Belgium is particularly vulnerable to no deal. Their central bank has warned it could hit its GDP by 1.2 per cent and lead to 40,000 jobs losses. The government is preparing emergency legislation and has requested the EU Commission to exempt it from EU state aid rules in case of no deal.

Plans to hire to hire extra customs officials and to make sure they are ready by April 2019 are not going smoothly. Last month, trade unions representing customs staff accussed the government of being ‘completely unprepared’. In an optimistic scenario, Belgium will be able to deploy 141 out of the 400 extra customs staff needed by the end of March. Another challenge for Belgium is to find enough new veterinarians to inspect animals at the border, as the Netherlands is also attracting veterinarians from Belgium.

Belgian industry isn’t exactly well prepared either. Last month, one survey found that four in five Belgian companies dealing with the UK are not ready to cope with a no-deal Brexit.

The Belgian medical profession is also worried. Belgian hospitals are stockpiling medicines to prevent shortages and there is a worry that medical equipment, like pacemakers or catheters, may no longer be certified if it’s imported from the UK.


The stakes to avoid no deal are higher for Ireland than for any other EU member state. Not only is there the potential economic cost – estimated at 4 per cent of Irish GDP – but also the risk to the peace process in Northern Ireland. There is even the risk that no-deal border checks would move from Ireland to France or Netherlands. Leo Varadkar, the Taoiseach, has apparently told Irish party leaders in private that this may happen, amid reports that German Chancellor Merkel and other EU26 policy makers are considering it as a policy. There are also rumours – which have been denied – that the Irish government has been drafting emergency plans to deploy uniformed police to the border in the event of no deal.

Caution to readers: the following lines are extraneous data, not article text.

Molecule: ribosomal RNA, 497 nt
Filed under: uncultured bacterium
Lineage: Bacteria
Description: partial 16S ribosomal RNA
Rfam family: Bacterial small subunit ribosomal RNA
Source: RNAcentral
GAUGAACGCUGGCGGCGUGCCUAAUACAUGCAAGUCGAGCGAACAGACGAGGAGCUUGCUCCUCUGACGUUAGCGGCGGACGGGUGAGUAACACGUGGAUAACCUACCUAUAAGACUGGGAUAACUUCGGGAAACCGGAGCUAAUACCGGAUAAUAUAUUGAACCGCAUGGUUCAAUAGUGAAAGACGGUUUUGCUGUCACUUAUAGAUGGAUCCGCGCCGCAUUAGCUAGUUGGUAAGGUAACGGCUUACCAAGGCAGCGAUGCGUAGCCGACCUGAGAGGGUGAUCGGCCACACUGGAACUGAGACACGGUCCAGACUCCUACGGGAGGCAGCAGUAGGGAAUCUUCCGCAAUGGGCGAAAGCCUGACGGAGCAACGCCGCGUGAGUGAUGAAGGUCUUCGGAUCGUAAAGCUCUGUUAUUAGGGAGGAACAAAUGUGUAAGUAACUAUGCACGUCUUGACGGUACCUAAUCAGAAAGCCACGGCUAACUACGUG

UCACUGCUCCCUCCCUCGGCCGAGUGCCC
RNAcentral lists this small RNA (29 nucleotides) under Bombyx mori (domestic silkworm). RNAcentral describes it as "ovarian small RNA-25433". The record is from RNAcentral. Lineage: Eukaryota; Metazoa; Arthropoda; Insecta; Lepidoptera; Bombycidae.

Around 1000 extra customs staff are being hired by the government, but Taoiseach Varadkar already admitted last summer that it wouldn’t be possible to deploy them by the end of March.

Other member states

Other member states that aren’t likely to be as affected by a no-deal Brexit have also taken measures. This ranges from pushing the EU institutions to secure fisheries access – which is a Spanish concern — to taking national measures to secure the settlement of financial transactions, which Sweden has done. Hiring extra customs staff is something that’s being done by the likes of Latvia and also Denmark, which has even put money aside to pay into the EU budget in case the UK doesn’t. If that isn’t the behaviour of a model EU pupil, what is? Like most member states, Austria is trying to help companies with possible customs bureaucracy, and it may even allow Austrians citizens living in the UK to have dual nationality in case they become British subjects. Most EU member states have also provided reassurance to Britons living in the EU27, saying they can stay in the case of no deal, including Greece. Even in Italy, where the stakes aren’t that high, the ‘sovereignist’ government coalition is considering a bilateral deal with the UK to safeguard financial stability and keep trade with the UK flowing even if there is a no-deal Brexit.